On April 16, 2009, IMHS filed a Complaint for Claim and Delivery. The district court issued an Order to Show Cause on May 19, 2009. On May 26, 2009, AOI and Maslen filed a Response to the Order to Show Cause and requested a bond for the Fairchild pursuant to I.C. § 8-303. IMHS refused to post a bond in the amount requested by AOI. On August 5, 2009, IMHS filed its First Amended Complaint for Claim and Delivery. Defendants filed their Answer on August 28, 2009, and named IAHOF as a counter-defendant. IMHS and IAHOF moved for partial summary judgment on November 6, 2009. The district court denied the motions on the
3 It is unclear from the record who Paul James is. Also, the district court found that Paul James had no evidence and no record of any claim or interest in the Fairchild.
4 Despite the Fairchild not having been properly insured for flight, the Fairchild was flown while in the possession of AOI and Maslen. A director of IMHS noticed that there were stone chips and oil streaking on the column of the Fairchild in April of 2009. They also noticed insects on the front of the wings and the main landing gear, in addition to oil splashed on the cylinder. Maslen also admitted to flying the Fairchild twice after he took possession of it in February of 2006. Maslen flew the Fairchild at the Caldwell airshow and on some other occasion.
basis that there were issues of fact relating to the liens of defendant. IMHS filed several motions to compel discovery from the Defendants which were granted by the district court. Additionally, Defendants were sanctioned by the district court for their non-disclosure.
On May 10, 2010, IMHS filed a Second Amended Complaint asserting claims for claim and delivery, slander of title, quiet title, conversion, trespass to chattels, breach of fiduciary duties, and breach of contract. The Defendants answered asserting that AOI and IAHOF agreed on services to the Fairchild and AOI’s damages for the services were $14,630. The Defendants filed a Motion for Summary Judgment, which admitted that IAHOF lawfully transferred title to IMHS. The parties stipulated to dismiss IAHOF from the lawsuit. IMHS made an offer of judgment pursuant to I.R.C.P. 68 in the amount of $300 on December 15, 2010. The district court denied the Defendants’ motion for summary judgment on January 25, 2011.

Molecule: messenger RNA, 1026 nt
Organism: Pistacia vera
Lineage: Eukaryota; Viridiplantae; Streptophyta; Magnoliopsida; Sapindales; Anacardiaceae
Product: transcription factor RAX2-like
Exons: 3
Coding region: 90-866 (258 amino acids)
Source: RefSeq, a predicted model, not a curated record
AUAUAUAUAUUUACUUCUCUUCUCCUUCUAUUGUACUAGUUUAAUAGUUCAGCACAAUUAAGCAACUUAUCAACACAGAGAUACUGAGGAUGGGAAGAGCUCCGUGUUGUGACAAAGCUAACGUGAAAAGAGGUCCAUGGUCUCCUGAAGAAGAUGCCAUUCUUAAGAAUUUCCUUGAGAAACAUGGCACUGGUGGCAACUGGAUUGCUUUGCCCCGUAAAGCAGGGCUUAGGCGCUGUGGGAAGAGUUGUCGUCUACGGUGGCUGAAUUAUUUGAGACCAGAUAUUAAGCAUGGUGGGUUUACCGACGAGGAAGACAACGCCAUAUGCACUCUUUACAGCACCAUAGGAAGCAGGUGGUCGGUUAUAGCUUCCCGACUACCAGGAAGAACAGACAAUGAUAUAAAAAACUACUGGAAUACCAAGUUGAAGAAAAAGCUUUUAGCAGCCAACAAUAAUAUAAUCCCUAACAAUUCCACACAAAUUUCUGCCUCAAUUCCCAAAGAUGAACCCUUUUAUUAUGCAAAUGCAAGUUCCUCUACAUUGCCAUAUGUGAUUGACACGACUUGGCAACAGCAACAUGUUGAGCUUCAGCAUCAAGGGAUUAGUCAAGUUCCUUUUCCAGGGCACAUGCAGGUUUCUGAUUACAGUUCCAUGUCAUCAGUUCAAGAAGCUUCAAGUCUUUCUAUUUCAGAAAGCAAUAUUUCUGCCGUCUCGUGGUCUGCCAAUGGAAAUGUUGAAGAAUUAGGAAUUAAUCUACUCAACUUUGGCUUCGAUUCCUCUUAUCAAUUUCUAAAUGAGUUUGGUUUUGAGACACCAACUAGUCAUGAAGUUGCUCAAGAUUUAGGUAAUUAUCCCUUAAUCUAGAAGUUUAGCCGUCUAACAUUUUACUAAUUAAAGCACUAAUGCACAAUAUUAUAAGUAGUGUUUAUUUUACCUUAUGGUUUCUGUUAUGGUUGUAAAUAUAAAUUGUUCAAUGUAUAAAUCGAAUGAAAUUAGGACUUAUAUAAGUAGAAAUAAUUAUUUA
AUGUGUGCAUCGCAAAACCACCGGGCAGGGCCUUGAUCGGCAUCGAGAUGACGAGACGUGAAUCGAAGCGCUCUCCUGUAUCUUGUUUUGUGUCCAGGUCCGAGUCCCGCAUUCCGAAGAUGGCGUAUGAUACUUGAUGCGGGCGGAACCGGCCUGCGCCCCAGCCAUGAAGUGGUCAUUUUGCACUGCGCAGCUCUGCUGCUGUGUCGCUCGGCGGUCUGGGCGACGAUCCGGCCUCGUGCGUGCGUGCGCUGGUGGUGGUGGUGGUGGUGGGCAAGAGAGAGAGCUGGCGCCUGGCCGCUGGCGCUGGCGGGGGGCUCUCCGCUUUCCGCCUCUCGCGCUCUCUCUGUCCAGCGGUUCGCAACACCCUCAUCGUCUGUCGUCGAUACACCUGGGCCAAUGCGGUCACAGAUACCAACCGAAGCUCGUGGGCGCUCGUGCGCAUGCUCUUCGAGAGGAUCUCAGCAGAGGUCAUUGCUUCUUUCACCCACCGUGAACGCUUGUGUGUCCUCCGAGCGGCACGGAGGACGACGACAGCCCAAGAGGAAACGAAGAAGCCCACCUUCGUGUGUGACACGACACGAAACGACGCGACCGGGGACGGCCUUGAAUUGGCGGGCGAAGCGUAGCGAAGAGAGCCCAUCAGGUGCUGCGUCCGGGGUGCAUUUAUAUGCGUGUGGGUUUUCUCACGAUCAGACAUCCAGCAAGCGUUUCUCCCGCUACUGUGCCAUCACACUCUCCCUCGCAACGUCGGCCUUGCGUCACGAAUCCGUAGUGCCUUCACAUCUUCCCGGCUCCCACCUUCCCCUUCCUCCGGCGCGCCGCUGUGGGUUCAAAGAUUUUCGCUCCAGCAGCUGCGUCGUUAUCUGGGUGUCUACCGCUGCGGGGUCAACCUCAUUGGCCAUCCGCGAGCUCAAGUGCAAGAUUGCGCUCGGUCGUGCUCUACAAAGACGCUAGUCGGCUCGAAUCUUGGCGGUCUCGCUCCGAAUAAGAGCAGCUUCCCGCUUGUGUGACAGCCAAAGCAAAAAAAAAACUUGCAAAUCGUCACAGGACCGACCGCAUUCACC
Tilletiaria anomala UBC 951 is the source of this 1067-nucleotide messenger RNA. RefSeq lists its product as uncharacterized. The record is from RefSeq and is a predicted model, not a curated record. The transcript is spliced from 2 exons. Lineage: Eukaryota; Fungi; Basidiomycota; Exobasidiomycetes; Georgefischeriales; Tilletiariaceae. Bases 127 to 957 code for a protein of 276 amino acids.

A three day bench trial was held on March 14–16, 2011. The district court ordered AOI and Maslen to surrender possession of the Fairchild to IMHS. The district court found that Maslen and AOI’s claim of lien was with reckless disregard for the truth or falsity of the charges therein. Subsequently, the district court clarified that the Plaintiff’s claim for conversion was moot. Judgment was entered in favor of IMHS on August 9, 2011.
IMHS filed a Memorandum of Attorney’s Fees and Costs, claiming it was entitled to attorney fees in the amount of $126,690, paralegal fees in the amount of $2,175, costs as a matter of right in the amount of $1,295, and discretionary costs in the amount of $2,843. The district court awarded IMHS $73,675 in attorney’s fees pursuant to I.C. § 12-121 and I.R.C.P. 54(e)(1). An Amended Judgment was filed on January 10, 2011, which confirmed the award of attorney’s fees and costs against Maslen and AOI. The Defendants moved for reconsideration or clarification. The district court denied the motion and confirmed its award of attorney fees. The Defendants appealed.
ISSUES ON APPEAL
1. Whether the district court erred when it found that IMHS was the prevailing party in this action.
2. Whether the trial court erred when it awarded IMHS attorney’s fees and costs pursuant to I.C. § 12-121 and I.R.C.P. 54(e)(1).
3. Whether IMHS is entitled to attorney fees on appeal pursuant to I.C. § 12-121, I.A.R. 40, and I.A.R. 41.
STANDARD OF REVIEW
“A trial court’s determination of whether a party prevailed is a matter of discretion.” Lettunich v. Lettunich, 141 Idaho 425, 434–45, 111 P.3d 110, 119–20 (2005). An award of attorney fees pursuant to I.C. § 12-121 and I.R.C.P. 54(e)(1) will not be disturbed absent an abuse of discretion. See Savage v. Lateral Ditch Water Users Ass’n v. Pulley, 125 Idaho 237, 250, 869 P.2d 554, 567 (1993). The district court’s determination as to whether an action was brought or defended frivolously will not be disturbed absent an abuse of discretion. Anderson v. Ethington, 103 Idaho 658, 660, 651 P.2d 923, 925 (1981).